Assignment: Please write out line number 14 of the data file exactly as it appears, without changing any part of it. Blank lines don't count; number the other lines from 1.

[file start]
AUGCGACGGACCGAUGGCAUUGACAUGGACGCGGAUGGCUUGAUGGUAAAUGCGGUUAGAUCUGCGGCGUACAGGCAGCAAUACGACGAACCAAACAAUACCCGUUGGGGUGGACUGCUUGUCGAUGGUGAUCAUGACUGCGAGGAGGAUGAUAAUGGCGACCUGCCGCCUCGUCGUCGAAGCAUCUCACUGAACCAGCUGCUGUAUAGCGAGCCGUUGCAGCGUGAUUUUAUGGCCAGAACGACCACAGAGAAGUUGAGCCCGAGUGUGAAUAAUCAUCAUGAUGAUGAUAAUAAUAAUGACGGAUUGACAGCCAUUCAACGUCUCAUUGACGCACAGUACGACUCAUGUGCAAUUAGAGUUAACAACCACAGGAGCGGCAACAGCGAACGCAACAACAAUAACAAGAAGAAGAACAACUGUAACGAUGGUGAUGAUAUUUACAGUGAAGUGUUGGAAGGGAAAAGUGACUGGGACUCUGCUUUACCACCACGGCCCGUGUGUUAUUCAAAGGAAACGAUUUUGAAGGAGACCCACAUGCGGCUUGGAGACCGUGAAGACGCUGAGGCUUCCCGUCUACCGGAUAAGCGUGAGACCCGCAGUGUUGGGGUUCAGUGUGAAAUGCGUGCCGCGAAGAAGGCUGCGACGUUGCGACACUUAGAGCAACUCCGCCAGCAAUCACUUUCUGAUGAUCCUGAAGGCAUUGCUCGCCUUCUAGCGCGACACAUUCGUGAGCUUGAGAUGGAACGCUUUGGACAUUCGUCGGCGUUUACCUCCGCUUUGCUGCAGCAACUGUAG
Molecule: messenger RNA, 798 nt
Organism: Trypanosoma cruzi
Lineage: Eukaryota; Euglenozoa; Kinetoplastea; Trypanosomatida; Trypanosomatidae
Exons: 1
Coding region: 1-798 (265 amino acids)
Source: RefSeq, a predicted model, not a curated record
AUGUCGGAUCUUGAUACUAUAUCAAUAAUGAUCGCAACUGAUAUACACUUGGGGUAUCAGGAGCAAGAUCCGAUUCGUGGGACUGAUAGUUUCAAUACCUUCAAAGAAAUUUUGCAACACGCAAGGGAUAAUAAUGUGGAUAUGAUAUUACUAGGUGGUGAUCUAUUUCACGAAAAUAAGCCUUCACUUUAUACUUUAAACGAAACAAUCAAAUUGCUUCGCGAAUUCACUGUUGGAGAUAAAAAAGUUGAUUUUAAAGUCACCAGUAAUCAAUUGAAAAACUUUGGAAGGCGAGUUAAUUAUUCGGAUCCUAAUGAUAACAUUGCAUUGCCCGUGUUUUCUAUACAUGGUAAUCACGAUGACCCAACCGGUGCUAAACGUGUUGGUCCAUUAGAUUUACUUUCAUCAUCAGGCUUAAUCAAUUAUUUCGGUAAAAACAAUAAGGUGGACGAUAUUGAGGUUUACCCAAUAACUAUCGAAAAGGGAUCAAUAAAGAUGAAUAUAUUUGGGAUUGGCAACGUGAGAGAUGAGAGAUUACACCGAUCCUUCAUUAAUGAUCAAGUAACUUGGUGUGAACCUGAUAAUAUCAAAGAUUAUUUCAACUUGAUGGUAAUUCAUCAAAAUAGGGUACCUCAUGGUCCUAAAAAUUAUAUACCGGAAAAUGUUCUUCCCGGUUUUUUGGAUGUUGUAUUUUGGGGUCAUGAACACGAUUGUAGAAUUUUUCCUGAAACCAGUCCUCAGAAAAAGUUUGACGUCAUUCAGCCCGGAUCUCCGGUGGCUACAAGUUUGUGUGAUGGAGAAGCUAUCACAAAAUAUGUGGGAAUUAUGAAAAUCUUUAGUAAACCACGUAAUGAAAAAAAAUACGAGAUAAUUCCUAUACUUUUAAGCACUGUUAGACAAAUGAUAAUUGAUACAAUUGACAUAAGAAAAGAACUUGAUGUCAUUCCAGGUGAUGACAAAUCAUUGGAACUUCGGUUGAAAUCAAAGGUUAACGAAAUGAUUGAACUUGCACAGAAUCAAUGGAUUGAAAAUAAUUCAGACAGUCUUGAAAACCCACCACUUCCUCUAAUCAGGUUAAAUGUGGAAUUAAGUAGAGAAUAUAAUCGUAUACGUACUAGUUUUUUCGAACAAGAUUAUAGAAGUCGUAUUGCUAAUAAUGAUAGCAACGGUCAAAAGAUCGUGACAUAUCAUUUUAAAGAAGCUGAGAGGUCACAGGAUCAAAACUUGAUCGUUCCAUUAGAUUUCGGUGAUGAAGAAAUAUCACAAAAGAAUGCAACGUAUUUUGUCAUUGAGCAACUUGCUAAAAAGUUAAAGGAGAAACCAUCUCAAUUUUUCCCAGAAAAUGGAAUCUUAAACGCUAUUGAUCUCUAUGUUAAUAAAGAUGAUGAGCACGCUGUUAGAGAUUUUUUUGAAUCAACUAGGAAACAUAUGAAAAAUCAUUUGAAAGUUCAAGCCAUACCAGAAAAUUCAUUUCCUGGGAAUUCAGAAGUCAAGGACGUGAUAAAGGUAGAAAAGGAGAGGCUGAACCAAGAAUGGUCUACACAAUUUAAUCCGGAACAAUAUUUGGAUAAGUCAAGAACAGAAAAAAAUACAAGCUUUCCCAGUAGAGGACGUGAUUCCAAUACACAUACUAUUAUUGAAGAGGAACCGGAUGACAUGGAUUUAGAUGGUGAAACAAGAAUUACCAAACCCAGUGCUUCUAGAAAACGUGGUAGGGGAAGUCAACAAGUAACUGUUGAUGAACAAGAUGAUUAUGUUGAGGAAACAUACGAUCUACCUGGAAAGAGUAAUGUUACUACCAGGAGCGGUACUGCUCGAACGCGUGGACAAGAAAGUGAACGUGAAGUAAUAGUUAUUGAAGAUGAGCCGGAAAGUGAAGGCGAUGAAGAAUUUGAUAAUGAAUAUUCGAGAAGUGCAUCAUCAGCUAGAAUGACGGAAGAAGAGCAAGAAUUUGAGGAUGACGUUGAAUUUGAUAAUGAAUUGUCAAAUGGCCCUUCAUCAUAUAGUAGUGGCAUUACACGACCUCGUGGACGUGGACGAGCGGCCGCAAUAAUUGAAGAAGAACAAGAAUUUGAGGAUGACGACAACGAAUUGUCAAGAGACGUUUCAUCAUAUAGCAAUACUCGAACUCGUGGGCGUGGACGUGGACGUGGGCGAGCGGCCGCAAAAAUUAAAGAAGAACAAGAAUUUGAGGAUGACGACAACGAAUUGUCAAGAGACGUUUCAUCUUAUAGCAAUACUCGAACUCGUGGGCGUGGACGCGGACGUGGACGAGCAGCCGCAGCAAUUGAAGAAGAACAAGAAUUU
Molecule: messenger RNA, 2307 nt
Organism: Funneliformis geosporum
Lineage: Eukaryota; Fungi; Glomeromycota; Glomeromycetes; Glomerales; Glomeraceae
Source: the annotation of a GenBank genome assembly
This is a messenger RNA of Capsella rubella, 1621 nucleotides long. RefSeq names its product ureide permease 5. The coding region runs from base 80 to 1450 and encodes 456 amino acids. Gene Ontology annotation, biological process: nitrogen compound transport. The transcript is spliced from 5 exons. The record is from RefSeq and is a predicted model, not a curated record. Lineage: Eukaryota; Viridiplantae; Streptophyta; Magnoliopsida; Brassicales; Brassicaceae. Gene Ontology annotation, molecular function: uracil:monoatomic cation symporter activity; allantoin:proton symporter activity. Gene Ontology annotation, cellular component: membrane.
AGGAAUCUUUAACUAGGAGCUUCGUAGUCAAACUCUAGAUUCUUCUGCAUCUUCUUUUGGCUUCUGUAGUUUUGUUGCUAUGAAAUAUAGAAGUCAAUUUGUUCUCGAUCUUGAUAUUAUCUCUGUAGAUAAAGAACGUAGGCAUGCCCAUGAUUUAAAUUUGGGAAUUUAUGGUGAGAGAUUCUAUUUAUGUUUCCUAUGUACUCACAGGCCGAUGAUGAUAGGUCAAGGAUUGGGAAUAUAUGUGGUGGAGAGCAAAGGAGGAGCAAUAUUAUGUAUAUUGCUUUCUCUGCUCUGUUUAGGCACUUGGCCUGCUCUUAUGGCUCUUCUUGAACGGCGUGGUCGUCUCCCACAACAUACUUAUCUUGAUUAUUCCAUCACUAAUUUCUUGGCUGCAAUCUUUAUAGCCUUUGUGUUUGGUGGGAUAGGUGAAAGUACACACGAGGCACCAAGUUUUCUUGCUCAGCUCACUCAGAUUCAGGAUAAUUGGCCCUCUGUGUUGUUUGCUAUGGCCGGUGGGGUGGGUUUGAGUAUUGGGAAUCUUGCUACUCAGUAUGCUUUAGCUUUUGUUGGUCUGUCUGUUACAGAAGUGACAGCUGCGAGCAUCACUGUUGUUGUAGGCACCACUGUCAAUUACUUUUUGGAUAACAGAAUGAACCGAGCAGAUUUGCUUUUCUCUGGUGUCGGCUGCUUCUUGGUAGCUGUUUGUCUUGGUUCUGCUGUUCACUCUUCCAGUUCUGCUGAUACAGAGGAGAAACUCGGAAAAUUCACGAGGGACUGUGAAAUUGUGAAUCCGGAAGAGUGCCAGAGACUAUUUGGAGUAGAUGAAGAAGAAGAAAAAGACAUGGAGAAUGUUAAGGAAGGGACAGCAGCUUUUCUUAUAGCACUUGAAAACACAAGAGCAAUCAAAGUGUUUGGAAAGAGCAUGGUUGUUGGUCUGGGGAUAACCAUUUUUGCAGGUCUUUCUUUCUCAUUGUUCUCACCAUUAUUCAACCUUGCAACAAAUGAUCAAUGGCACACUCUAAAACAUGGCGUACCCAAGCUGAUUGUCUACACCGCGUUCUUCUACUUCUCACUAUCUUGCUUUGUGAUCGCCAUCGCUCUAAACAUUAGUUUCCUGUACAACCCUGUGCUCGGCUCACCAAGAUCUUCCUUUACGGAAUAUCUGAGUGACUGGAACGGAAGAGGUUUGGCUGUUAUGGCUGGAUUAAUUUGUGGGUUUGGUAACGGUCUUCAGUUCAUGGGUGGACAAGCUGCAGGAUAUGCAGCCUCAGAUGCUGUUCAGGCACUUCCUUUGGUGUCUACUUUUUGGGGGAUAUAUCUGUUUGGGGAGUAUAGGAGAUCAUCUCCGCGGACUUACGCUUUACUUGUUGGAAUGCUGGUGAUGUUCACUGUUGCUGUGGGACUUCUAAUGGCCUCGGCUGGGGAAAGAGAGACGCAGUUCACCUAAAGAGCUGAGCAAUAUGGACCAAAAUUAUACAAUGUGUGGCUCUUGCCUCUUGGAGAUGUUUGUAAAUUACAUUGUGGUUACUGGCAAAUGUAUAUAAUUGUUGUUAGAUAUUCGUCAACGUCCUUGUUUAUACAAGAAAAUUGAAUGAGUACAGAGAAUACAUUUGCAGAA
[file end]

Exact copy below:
AGGAAUCUUUAACUAGGAGCUUCGUAGUCAAACUCUAGAUUCUUCUGCAUCUUCUUUUGGCUUCUGUAGUUUUGUUGCUAUGAAAUAUAGAAGUCAAUUUGUUCUCGAUCUUGAUAUUAUCUCUGUAGAUAAAGAACGUAGGCAUGCCCAUGAUUUAAAUUUGGGAAUUUAUGGUGAGAGAUUCUAUUUAUGUUUCCUAUGUACUCACAGGCCGAUGAUGAUAGGUCAAGGAUUGGGAAUAUAUGUGGUGGAGAGCAAAGGAGGAGCAAUAUUAUGUAUAUUGCUUUCUCUGCUCUGUUUAGGCACUUGGCCUGCUCUUAUGGCUCUUCUUGAACGGCGUGGUCGUCUCCCACAACAUACUUAUCUUGAUUAUUCCAUCACUAAUUUCUUGGCUGCAAUCUUUAUAGCCUUUGUGUUUGGUGGGAUAGGUGAAAGUACACACGAGGCACCAAGUUUUCUUGCUCAGCUCACUCAGAUUCAGGAUAAUUGGCCCUCUGUGUUGUUUGCUAUGGCCGGUGGGGUGGGUUUGAGUAUUGGGAAUCUUGCUACUCAGUAUGCUUUAGCUUUUGUUGGUCUGUCUGUUACAGAAGUGACAGCUGCGAGCAUCACUGUUGUUGUAGGCACCACUGUCAAUUACUUUUUGGAUAACAGAAUGAACCGAGCAGAUUUGCUUUUCUCUGGUGUCGGCUGCUUCUUGGUAGCUGUUUGUCUUGGUUCUGCUGUUCACUCUUCCAGUUCUGCUGAUACAGAGGAGAAACUCGGAAAAUUCACGAGGGACUGUGAAAUUGUGAAUCCGGAAGAGUGCCAGAGACUAUUUGGAGUAGAUGAAGAAGAAGAAAAAGACAUGGAGAAUGUUAAGGAAGGGACAGCAGCUUUUCUUAUAGCACUUGAAAACACAAGAGCAAUCAAAGUGUUUGGAAAGAGCAUGGUUGUUGGUCUGGGGAUAACCAUUUUUGCAGGUCUUUCUUUCUCAUUGUUCUCACCAUUAUUCAACCUUGCAACAAAUGAUCAAUGGCACACUCUAAAACAUGGCGUACCCAAGCUGAUUGUCUACACCGCGUUCUUCUACUUCUCACUAUCUUGCUUUGUGAUCGCCAUCGCUCUAAACAUUAGUUUCCUGUACAACCCUGUGCUCGGCUCACCAAGAUCUUCCUUUACGGAAUAUCUGAGUGACUGGAACGGAAGAGGUUUGGCUGUUAUGGCUGGAUUAAUUUGUGGGUUUGGUAACGGUCUUCAGUUCAUGGGUGGACAAGCUGCAGGAUAUGCAGCCUCAGAUGCUGUUCAGGCACUUCCUUUGGUGUCUACUUUUUGGGGGAUAUAUCUGUUUGGGGAGUAUAGGAGAUCAUCUCCGCGGACUUACGCUUUACUUGUUGGAAUGCUGGUGAUGUUCACUGUUGCUGUGGGACUUCUAAUGGCCUCGGCUGGGGAAAGAGAGACGCAGUUCACCUAAAGAGCUGAGCAAUAUGGACCAAAAUUAUACAAUGUGUGGCUCUUGCCUCUUGGAGAUGUUUGUAAAUUACAUUGUGGUUACUGGCAAAUGUAUAUAAUUGUUGUUAGAUAUUCGUCAACGUCCUUGUUUAUACAAGAAAAUUGAAUGAGUACAGAGAAUACAUUUGCAGAA